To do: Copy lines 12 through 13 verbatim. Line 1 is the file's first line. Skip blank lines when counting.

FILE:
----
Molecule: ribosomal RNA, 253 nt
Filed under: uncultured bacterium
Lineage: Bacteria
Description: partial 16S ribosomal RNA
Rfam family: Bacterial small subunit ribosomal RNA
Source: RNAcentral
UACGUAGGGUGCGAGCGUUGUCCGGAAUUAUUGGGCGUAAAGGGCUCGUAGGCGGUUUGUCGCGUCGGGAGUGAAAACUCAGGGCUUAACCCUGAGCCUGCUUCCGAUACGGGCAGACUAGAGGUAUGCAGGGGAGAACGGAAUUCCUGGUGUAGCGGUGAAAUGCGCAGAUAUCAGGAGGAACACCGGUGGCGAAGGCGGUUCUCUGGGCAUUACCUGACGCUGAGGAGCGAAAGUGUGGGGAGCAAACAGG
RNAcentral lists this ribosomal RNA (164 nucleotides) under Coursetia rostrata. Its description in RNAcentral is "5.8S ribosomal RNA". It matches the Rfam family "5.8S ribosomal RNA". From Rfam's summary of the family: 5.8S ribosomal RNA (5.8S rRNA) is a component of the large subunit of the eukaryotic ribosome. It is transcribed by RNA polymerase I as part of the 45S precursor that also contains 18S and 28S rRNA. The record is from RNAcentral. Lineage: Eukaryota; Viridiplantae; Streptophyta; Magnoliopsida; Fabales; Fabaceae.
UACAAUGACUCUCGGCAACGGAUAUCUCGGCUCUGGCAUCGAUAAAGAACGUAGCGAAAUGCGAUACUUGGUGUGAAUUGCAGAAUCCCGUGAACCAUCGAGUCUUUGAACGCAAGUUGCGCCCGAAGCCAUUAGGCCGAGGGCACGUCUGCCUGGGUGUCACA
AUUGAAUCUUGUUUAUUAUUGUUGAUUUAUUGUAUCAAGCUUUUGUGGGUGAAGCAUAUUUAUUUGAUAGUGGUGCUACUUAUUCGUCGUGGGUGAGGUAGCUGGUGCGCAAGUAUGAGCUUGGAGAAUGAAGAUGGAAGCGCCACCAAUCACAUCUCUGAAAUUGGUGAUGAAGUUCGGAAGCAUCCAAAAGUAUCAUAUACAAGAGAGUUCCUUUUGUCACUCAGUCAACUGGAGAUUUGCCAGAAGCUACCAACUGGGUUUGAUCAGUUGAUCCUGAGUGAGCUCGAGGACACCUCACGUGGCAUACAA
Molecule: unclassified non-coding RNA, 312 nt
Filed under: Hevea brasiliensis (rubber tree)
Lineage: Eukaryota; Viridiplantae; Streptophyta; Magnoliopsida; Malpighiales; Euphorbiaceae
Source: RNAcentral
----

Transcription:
Filed under: Hevea brasiliensis (rubber tree)
Lineage: Eukaryota; Viridiplantae; Streptophyta; Magnoliopsida; Malpighiales; Euphorbiaceae